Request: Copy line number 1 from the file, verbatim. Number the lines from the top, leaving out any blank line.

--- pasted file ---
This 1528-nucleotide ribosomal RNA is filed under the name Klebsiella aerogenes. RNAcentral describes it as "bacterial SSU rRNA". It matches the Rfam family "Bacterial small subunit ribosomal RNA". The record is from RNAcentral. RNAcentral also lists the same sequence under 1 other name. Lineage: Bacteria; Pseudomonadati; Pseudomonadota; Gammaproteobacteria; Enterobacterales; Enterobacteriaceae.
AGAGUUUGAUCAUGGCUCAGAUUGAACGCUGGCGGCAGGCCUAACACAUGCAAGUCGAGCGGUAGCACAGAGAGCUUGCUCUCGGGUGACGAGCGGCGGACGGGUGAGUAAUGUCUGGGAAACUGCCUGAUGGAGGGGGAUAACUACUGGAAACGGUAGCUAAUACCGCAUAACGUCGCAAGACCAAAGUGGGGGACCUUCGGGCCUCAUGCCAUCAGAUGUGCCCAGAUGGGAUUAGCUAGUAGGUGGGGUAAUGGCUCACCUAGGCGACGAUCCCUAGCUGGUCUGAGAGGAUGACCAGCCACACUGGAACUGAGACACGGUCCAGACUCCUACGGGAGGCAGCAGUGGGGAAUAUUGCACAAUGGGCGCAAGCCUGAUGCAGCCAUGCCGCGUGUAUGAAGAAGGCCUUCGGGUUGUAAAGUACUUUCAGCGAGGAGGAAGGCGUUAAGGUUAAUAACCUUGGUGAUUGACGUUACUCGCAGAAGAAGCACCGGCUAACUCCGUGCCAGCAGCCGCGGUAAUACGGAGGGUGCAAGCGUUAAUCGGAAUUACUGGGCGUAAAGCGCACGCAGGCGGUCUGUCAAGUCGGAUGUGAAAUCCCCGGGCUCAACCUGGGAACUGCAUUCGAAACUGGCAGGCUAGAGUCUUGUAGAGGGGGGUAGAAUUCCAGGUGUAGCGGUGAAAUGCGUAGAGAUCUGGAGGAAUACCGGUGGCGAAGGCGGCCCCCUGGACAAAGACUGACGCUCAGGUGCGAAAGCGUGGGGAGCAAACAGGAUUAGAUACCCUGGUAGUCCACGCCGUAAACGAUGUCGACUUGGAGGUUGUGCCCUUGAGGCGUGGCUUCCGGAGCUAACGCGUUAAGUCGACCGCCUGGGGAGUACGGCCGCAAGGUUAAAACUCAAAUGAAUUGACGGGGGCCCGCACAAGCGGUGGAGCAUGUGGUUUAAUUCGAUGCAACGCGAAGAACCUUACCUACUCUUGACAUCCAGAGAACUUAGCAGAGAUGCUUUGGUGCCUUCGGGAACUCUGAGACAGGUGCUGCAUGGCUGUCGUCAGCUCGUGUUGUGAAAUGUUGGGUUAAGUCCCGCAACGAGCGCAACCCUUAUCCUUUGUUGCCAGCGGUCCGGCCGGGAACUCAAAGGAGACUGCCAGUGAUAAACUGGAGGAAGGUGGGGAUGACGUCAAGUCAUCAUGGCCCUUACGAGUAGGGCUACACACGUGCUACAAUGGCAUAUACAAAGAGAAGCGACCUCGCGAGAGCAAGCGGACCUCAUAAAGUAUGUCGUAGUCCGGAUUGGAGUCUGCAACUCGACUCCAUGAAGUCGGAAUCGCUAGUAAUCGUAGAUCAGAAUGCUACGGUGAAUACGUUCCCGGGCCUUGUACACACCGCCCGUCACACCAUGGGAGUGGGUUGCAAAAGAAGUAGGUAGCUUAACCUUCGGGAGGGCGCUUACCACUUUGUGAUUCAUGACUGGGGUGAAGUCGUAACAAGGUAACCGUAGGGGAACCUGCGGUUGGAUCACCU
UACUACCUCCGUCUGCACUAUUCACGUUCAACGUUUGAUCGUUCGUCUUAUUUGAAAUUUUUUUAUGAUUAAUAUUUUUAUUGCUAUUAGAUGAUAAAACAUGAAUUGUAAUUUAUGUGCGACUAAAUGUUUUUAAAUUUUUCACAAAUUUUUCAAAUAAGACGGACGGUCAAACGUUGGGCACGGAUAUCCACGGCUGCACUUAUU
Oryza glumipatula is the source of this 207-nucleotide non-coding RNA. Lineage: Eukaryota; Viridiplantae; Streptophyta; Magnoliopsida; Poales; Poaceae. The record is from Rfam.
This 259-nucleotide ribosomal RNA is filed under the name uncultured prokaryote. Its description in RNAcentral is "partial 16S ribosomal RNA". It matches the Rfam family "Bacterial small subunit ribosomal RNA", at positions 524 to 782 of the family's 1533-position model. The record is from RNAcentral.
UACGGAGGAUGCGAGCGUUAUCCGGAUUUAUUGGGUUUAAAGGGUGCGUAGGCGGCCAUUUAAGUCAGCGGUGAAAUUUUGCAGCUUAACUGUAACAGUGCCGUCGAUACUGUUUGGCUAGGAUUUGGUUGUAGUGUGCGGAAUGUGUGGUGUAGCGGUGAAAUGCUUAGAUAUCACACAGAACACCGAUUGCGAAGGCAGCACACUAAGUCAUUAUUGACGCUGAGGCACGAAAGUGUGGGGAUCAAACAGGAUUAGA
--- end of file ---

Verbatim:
This 1528-nucleotide ribosomal RNA is filed under the name Klebsiella aerogenes. RNAcentral describes it as "bacterial SSU rRNA". It matches the Rfam family "Bacterial small subunit ribosomal RNA". The record is from RNAcentral. RNAcentral also lists the same sequence under 1 other name. Lineage: Bacteria; Pseudomonadati; Pseudomonadota; Gammaproteobacteria; Enterobacterales; Enterobacteriaceae.